How is an RNN (or any neural network) a parametric model?

I'm going through this paper A Multi-Horizon Quantile Recurrent Forecaster. The authors state that:

3.1. Loss Function

In Quantile Regression, models are trained to minimize the total Quantile Loss (QL):

$$L_q(y,\hat{y})=q(y−\hat{y})_+ +(1−q)(\hat{y}−y)_+$$

where $$(·)_+ = max(0, ·)$$.

When q = 0.5, the QL is simply the Mean Absolute Error, and its minimizer is the median of the predictive distribution. Let K be the number of horizons of forecast, Q be the number of quantiles of interest, then the $$K × Q$$ matrix $$\hat{Y} = [\hat{y}_{t+k}^{(q)} ]_{k,q}$$ is the output of a parametric model $$\boldsymbol{g(y_{:t}, x, θ)}$$, e.g. an RNN. (emphasis mine; $$x$$ in $$g(y_{:t}, x, θ)$$ are the external regressors)

The model parameters are trained to minimize the total loss, $$\sum_t\sum_q\sum_kL_q(y_{t+k},\hat{y}_{t+k}^{(q)})$$, where t iterates through all forecast creation times (FCTs). Depending on the problem, components of the sum can be assigned different weights, to highlight or discount different quantiles and horizons.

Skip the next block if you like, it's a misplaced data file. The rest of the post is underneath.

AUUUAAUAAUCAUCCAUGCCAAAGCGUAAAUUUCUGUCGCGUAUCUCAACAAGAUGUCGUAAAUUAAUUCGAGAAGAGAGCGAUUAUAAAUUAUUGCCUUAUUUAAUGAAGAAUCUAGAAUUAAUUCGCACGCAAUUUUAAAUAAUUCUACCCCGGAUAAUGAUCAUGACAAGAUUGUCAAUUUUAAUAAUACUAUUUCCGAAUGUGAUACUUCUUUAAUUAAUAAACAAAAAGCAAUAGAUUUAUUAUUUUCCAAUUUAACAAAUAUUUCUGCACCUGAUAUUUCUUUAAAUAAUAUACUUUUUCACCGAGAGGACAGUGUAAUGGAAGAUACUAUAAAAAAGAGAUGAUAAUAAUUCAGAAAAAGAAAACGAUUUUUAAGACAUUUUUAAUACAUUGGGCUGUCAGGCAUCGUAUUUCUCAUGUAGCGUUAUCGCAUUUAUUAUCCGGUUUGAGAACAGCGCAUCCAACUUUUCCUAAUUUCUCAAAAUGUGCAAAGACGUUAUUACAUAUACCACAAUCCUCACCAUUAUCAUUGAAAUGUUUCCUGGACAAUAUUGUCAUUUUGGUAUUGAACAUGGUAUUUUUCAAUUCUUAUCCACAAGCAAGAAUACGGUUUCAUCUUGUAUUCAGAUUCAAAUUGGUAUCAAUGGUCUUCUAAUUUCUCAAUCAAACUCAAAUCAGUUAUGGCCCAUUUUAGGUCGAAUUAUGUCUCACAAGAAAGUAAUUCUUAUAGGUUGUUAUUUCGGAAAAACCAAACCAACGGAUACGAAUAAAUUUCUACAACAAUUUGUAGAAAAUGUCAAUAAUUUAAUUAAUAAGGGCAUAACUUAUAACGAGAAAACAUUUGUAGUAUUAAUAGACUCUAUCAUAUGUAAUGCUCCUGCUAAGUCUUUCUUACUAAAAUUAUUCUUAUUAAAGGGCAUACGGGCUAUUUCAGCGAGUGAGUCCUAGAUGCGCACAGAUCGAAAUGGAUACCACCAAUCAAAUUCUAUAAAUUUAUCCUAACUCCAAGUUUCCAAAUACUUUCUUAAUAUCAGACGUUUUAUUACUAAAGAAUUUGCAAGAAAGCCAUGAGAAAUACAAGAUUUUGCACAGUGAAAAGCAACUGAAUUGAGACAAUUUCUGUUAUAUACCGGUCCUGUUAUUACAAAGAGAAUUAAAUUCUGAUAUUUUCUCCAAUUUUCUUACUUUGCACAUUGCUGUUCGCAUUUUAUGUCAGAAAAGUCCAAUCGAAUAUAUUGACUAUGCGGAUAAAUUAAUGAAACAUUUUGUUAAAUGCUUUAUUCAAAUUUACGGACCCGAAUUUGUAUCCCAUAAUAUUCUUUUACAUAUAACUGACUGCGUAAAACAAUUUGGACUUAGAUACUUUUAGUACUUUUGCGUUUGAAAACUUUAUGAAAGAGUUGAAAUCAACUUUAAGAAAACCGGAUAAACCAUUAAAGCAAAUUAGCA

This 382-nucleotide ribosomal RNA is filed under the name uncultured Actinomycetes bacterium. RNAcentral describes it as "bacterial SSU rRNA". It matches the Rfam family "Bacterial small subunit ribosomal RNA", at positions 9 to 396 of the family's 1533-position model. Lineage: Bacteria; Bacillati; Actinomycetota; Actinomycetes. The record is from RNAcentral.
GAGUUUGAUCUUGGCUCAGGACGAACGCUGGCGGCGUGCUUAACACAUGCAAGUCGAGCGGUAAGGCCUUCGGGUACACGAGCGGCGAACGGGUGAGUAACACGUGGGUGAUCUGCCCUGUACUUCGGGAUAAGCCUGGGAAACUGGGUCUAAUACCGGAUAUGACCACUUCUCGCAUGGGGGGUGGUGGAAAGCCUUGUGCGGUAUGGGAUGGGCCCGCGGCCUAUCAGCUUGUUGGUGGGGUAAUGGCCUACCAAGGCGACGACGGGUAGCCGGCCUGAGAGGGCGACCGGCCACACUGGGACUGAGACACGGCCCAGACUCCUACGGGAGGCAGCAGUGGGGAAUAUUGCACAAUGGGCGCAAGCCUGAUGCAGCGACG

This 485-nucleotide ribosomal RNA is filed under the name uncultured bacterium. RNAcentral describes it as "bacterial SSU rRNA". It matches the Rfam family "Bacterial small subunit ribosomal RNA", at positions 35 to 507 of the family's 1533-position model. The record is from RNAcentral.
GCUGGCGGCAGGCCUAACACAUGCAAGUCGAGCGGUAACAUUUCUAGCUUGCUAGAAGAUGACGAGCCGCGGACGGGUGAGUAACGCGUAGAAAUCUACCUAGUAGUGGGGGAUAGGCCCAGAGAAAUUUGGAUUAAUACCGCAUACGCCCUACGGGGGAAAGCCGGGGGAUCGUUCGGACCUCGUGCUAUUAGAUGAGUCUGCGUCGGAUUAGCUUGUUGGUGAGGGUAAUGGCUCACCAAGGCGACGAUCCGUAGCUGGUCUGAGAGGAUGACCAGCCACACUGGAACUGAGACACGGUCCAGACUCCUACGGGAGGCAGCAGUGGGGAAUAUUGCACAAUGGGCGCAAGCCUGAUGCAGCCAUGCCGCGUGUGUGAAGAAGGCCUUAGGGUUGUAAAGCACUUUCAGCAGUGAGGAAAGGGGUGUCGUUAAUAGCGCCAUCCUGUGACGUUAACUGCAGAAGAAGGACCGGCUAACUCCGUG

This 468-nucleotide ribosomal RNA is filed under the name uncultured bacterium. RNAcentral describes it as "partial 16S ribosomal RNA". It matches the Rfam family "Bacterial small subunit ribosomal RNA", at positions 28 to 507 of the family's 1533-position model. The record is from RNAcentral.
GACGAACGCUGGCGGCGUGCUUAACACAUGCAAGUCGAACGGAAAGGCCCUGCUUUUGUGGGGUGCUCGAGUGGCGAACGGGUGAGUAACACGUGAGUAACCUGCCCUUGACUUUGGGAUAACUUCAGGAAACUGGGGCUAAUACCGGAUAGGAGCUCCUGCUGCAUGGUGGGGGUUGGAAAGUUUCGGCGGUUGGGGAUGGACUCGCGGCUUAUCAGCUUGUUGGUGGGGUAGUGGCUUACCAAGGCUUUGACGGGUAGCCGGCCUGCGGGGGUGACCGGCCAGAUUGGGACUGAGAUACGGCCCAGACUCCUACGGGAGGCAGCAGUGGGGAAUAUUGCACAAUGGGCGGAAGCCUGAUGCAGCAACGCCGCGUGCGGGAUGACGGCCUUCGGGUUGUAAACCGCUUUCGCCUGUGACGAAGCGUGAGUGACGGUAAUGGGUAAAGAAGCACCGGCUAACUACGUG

Why is this model considered "parametric" ? I thought neural networks where by definition non-parametric?

Is it the fact that it is outputting a set of quantiles and not just a point forecast that makes it parametric? But even then - they are using the above defined Pinball Loss to calculate the quantiles, not a predefined distribution - so it still seems non-parametric to me.

How is this approach considered parametric?

• I wonder if "parametric" just means "having parameters which are learned by some training procedure" in this usage.
– Sycorax
Nov 28, 2018 at 18:47
• @Sycorax quite possible, but then what's with the $\theta$ in $g(y_{:t}, x, θ)$ ? Nov 28, 2018 at 18:52
• I think $\theta$ are those learned parameters.
– Sycorax
Nov 28, 2018 at 18:53
• Can you provide a reference as to where its been referred to as being non-parametric? NNs typically have 1000s+ parameters (weights). I think of something like Gaussian Processes/ Bayesian models to be non-parametric. Regardless, personally, the argument of parametric vs non-parametric is fruitless. Aug 12, 2019 at 0:40